Eleanor Roosevelt to John Foster Dulles
3 June 1947 [New York City]
Dear Mr. Dulles:
Many thanks for your letter of May 26th. I am very much interested and hope you will let me know the developments.6
TLS JFDP, NjP-SC
1. C. L. Sulzberger, "Allies Seek Unity," NYT, 10 March 1947, 1; "Text of Secretary Marshall's Report to Nation on Big 4 Conference," NYT, 29 April 1947, 4; "Dulles' Report to the Nation on Moscow Conference of Big 4 Foreign Ministers," NYT, 30 April 1947, 12.
2. Under the Potsdam Agreement, the Russians had accepted German reparations in the form of capital assets and had moved machinery and whole factories to Russia. Now the Russians demanded reparations in the form of $10 billion in finished goods. The Russians had also favored a decentralized German government and a weakened German economy. Now they wanted a centralized German government and a reindustrialized Germany capable of delivering finished goods to the Soviet Union (Hoopes, 68-69; "Dulles' Report to the Nation on Moscow Conference of Big 4 Foreign Ministers," NYT, 30 April 1947, 12).
3. The Ruhr had long been the most productive industrial complex in Europe and the center of the German armament industry. After World War II, many in the West favored international control of the Ruhr so that its resources would be shared with neighboring countries and Germany could not rearm (OEWH). See also Document 198 and notes.
4. ER did not discuss in My Day the proposal to trade manufactured goods to the Soviet Union in exchange for raw materials. But in August, when commenting on an article in the New York Times by Lester Markel, she expressed her own ongoing concern about the reindustrialization of Germany. In doing so, she closely echoed the view Dulles had expressed in his report that the Russians were willing to risk the creation of a strong, reindustrialized Germany because they needed what it could produce and felt they could control it through subversion:
I was interested that Mr. Markel also noted that, because of our concern over Russia, we might find it easy to rebuild an industrial Germany through the Marshall Plan, but that the democratization of the German people was far from easy and far from sure. To rebuild Germany as an industrial empire capable of making war will be opposed, I think, by France and every small Western European nation. It is quite evident that the USSR has decided she needs the things Germany can produce, and that she hopes that, with her usual methods of infiltration, she may control the labor unions and build a strong communist influence in German government. Therefore she is taking a chance on building up German industrial strength. Germany and the USSR together could be a strong combination. But the USSR must realize that this is building two worlds very rapidly (MD, 7 August 1947).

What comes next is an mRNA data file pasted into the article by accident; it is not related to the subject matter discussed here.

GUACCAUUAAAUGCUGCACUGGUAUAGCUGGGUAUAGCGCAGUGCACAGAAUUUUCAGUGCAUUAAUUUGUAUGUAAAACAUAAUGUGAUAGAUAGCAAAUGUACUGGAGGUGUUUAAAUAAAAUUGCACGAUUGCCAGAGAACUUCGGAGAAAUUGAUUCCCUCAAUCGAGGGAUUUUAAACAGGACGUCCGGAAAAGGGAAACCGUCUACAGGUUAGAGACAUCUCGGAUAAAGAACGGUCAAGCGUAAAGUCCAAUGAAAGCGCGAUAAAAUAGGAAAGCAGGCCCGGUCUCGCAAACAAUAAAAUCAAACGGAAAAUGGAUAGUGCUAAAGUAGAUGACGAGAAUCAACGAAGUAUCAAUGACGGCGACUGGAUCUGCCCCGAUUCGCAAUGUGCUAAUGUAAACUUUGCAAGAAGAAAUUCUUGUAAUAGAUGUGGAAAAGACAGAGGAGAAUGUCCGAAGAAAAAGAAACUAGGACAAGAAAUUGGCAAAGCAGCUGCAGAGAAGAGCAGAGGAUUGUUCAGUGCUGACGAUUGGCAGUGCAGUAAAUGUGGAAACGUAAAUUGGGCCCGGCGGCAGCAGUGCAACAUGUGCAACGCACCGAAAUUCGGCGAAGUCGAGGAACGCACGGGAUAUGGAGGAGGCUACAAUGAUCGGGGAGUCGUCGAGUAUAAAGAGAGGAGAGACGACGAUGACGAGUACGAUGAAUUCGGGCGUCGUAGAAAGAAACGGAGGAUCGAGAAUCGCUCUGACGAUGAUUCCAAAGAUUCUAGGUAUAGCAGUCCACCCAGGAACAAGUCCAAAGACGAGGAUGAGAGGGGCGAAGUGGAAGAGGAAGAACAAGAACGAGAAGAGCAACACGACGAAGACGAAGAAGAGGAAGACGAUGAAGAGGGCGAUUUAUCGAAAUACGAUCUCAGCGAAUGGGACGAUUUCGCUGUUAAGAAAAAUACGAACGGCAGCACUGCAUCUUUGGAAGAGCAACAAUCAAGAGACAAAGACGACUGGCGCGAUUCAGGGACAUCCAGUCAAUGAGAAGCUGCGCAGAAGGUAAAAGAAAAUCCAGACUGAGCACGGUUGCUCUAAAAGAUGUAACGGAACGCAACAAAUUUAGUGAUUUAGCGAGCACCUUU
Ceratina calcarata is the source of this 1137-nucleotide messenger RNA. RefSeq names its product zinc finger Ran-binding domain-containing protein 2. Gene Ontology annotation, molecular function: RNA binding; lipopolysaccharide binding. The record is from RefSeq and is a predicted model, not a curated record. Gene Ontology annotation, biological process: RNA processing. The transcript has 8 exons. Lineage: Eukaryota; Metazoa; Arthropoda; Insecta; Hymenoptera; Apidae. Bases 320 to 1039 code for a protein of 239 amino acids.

5. On British loan, see n6 Document 60.
6. On June 16, Dulles sent ER a copy of a commencement speech he was to give at Northwestern University, "which seeks to clarify our national attitude in certain respects where it seems to be unduly aggressive and imperialistic." Dulles thought: "Because our Society is so powerful and because most of us believe in it so completely, it is easy for hostile propaganda to spread fear that we will use our power to coerce others." Therefore, he continued, for the United States to become a moral leader in the world, it "must make it clear, clear beyond a doubt, that it has no thought of using economic or military might to impose on others its particular way of life." ER replied on June 21 that reading the speech "makes me want to talk to you more than ever on certain things" and invited Mr. and Mrs. Dulles to Hyde Park for lunch and, if possible, to bring Ambassador and Mrs. Austin with them. Dulles replied that he and Mrs. Dulles and the Austins would like to come but could not do so in the near future (Dulles to ER, 16 June 1947, AERP; Dulles, Commencement Address, Northwestern University, 18 June 1947, AERP; ER to Dulles, 21 June 1947, JFDP, NjP-SC).
Education and the Perfection of Democracy
Eighteen months after ER delivered the Roosevelt College Founder's Day address, she returned to Chicago's Hotel Intercontinental to address a ballroom packed with college supporters.1 The college had made remarkable progress since her last visit, achieving accreditation in only one year, more than doubling its enrollment, and remodeling its new facilities.2 Furthermore, the national media began to pay close attention to its development. When the college announced a requirement that all students must take a course in "the culture of a non-English speaking people," the New York Times noted the announcement in its Education Notes, quoting the faculty who approved the requirement, underscoring the requirement's critical importance by declaring that "this would 'be one world or none.'" The Washington Post followed suit, noting the college's "combination of low fees and nondiscriminatory admission" and its "star-studded advisory board" ensured that "Chicago's 'Equality Lab' Thrives."3
College president Edward J. Sparling, like his fellow faculty members, recognized the important model the institution offered the nation, telling those assembled that "Roosevelt College offers an important laboratory in democratic education. Not in ivory towers, but in institutions which grapple with real problems in a real way, will the questions of democracy be solved. To prepare ourselves for one world, men of all races must learn to work and play together as they do here in the college."4
In the following address, ER seconds Sparling's comments and offers her own explanation why the college's commitment to democratic ideals is so important to America's leadership in the world.